As it stands, Edwin simply has no trade value. In fact, in light of his escalating salary, he may have actually had negative value. When rumors of this trade were first raised in the press, it was clear that the Jays had no interest in Edwin. It's a reasonable inference that the real value in this deal for the Jays came from Stewart and Roenicke. Edwin went along for the ride to give the Reds some salary relief.
Unfortunately, Rolen isn't quite the offensive player he was once. A shoulder injury has robbed him of some of his power, but in 2009 he has made the adjustments necessary to be an effective offensive contributor. On the season, Rolen is hitting .316/.366/.471/.837 and while he has a .342 BABIP, his performance is not the result of luck, as he has a stellar linedrive rate of 24.9%. On his career, Rolen has a slash line of .284/.370/.500. And, while the big power numbers are unlikely to return, his overall production should be solid.
As for Edwin, his career slash line of .262/.344/.449/.793 has been characterized by massive slumps and never ending inconsistency. He has always appeared to have good upside, but is no closer to reaching it than when he first arrived.
If he can stay healthy, Rolen should be an upgrade on offense.
In 2009, Edwin has sunk to a whole new level on defense. I didn't think it was possible to get worse at the hot corner, but he has managed to do so. I really don't think most people appreciate just how detrimental his defense is to the performance of the team.
In 2009, Edwin has a UZR (Ultimate Zone Rating in Runs Above Average) of -6.0 and a UZR/150 (UZR Runs Above Average per 150 Defensive Games) of -23.1. His career UZR/150 is -12.2.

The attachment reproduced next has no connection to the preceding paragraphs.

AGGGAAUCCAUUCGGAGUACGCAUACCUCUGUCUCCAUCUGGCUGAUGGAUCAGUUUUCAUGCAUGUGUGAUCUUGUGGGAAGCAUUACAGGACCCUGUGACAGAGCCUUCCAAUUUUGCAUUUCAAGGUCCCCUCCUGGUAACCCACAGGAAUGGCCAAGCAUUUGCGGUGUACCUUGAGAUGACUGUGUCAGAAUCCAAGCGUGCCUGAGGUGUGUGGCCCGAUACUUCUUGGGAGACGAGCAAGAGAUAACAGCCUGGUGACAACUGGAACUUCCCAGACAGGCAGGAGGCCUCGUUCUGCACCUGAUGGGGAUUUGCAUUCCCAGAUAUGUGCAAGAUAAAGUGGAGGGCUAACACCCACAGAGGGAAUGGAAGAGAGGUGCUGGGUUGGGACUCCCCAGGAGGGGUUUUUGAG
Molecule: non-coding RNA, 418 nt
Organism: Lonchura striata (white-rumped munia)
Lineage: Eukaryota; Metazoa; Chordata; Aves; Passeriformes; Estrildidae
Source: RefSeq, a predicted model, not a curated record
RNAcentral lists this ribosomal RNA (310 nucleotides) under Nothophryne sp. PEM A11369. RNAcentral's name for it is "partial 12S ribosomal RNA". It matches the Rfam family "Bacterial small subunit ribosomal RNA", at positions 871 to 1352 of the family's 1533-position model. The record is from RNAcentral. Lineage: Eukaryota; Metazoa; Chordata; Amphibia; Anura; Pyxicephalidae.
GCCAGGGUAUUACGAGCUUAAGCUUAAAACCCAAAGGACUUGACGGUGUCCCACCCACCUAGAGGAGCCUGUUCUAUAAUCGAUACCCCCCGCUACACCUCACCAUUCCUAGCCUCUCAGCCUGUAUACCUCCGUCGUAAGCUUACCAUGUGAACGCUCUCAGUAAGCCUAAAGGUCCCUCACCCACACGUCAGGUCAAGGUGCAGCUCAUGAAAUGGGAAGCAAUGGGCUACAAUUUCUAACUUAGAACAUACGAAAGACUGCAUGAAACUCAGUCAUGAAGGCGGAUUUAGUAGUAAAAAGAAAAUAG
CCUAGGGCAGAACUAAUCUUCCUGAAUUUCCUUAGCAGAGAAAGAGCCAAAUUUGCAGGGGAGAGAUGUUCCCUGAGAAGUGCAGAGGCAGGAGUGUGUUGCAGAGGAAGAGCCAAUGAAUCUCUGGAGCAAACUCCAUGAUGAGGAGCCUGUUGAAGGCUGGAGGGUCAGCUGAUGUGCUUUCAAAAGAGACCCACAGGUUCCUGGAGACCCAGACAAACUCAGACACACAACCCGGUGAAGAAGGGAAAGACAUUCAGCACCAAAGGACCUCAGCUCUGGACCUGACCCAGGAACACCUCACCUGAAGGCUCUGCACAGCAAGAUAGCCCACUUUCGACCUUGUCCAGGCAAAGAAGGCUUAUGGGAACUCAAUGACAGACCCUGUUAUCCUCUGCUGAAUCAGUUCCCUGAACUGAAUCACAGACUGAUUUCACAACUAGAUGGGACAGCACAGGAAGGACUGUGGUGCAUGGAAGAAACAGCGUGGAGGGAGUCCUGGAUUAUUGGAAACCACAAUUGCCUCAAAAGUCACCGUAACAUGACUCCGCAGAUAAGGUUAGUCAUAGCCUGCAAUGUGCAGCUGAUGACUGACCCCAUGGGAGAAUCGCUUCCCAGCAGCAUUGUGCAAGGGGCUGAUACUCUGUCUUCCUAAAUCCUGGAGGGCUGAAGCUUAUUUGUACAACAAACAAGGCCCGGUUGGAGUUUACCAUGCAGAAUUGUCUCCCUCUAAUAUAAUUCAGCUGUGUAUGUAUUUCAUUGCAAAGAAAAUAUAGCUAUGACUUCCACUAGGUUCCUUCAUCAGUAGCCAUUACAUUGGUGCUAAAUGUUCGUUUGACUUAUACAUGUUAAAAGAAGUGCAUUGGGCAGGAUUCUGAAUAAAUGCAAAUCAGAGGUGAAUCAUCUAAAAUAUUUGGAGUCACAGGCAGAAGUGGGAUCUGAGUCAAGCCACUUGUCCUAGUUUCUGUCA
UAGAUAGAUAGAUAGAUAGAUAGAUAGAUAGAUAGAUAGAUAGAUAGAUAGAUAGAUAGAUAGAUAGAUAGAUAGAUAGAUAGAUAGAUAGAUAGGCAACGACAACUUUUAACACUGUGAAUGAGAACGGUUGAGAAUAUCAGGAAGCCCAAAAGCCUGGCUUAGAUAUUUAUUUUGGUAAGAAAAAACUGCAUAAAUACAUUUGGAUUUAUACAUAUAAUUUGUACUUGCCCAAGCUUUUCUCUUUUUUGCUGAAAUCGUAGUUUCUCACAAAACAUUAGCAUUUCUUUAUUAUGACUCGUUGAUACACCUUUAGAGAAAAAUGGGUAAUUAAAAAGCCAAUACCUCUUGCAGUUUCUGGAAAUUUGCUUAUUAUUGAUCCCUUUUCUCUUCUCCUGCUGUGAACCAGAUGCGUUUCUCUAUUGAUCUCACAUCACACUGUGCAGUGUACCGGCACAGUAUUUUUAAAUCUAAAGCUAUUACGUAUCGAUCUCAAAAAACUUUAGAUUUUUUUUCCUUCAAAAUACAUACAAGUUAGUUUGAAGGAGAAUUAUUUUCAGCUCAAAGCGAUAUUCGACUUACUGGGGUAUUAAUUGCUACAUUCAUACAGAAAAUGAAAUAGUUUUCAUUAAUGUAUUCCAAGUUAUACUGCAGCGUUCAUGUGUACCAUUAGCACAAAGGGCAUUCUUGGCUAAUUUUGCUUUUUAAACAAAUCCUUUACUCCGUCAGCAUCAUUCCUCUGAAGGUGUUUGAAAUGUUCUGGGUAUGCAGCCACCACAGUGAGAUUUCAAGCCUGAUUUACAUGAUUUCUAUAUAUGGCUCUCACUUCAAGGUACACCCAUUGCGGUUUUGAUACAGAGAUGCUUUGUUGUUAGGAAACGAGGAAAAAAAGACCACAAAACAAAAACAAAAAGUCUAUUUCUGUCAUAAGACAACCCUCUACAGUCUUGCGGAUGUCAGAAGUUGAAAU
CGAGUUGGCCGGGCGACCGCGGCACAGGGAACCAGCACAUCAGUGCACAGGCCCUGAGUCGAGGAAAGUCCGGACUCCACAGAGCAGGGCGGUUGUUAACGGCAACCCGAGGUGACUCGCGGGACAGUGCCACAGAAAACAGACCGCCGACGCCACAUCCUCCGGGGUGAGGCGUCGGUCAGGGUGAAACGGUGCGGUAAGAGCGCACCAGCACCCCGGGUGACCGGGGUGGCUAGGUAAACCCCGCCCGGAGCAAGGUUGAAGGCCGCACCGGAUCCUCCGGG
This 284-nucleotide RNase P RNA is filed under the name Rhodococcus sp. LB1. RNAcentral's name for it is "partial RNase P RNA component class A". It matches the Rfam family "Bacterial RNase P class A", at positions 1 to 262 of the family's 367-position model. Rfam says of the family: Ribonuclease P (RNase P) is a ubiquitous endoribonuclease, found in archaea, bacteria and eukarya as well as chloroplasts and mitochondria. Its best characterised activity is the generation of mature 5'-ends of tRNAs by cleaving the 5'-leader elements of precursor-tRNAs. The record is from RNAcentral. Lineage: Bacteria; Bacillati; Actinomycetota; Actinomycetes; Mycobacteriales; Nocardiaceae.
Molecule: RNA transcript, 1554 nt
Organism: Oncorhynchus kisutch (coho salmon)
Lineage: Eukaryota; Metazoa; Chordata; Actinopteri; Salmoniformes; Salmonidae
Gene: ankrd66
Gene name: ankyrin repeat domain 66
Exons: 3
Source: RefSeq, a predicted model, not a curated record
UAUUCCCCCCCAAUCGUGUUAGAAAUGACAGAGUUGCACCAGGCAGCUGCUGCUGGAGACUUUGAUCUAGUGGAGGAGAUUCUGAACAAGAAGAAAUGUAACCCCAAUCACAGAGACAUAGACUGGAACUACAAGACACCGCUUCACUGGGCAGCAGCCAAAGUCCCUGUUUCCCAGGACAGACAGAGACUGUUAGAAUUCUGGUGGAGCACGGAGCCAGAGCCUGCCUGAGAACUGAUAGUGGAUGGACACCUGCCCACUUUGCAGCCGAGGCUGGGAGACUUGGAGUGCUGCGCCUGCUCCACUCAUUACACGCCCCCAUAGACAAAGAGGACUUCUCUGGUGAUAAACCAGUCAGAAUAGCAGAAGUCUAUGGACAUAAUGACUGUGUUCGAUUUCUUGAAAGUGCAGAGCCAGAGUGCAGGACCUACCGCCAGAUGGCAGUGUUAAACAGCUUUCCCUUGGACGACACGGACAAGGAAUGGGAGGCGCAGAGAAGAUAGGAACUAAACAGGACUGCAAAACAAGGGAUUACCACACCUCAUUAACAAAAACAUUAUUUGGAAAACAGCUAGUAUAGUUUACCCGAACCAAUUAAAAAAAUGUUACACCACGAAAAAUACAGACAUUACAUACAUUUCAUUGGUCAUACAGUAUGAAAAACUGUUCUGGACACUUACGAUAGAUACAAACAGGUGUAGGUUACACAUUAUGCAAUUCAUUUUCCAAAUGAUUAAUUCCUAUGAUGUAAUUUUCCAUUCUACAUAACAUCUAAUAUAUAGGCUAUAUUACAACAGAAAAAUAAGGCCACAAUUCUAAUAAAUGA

He doesn't fare any better under John Dewan's +/- system. In 2009, Edwin has a -10 rating, which translates into -8 Runs Saved. In a mere 362.1 innings, Edwin has cost the Reds 8 runs more than the average third baseman. That ranks him 30th among third basemen. Basically, he's dead last among 3b, despite having missed a significant amount of time with injury.
On the other hand, Rolen is still stellar with the leather. He's not quite what he used to be, but he remains a strong defensive third baseman.
In 2009, Rolen has a UZR of 4.8 and a UZR/150 of 7.9.
Under the +/- system, Rolen is a +18, which translates into 14 runs saved. So, he's been 14 runs better than the league average 3b.
Defensive metrics still aren't without flaw, but when the findings of one are supported by another, then you can feel more confident in what they reveal. If you look at these measures, then it seems fairly safe to say that the Reds are going to save roughly 28-30 runs on defense by going from Edwin to Rolen. Give or take, Edwin is ~15 below average, while Rolen is ~10 runs above average.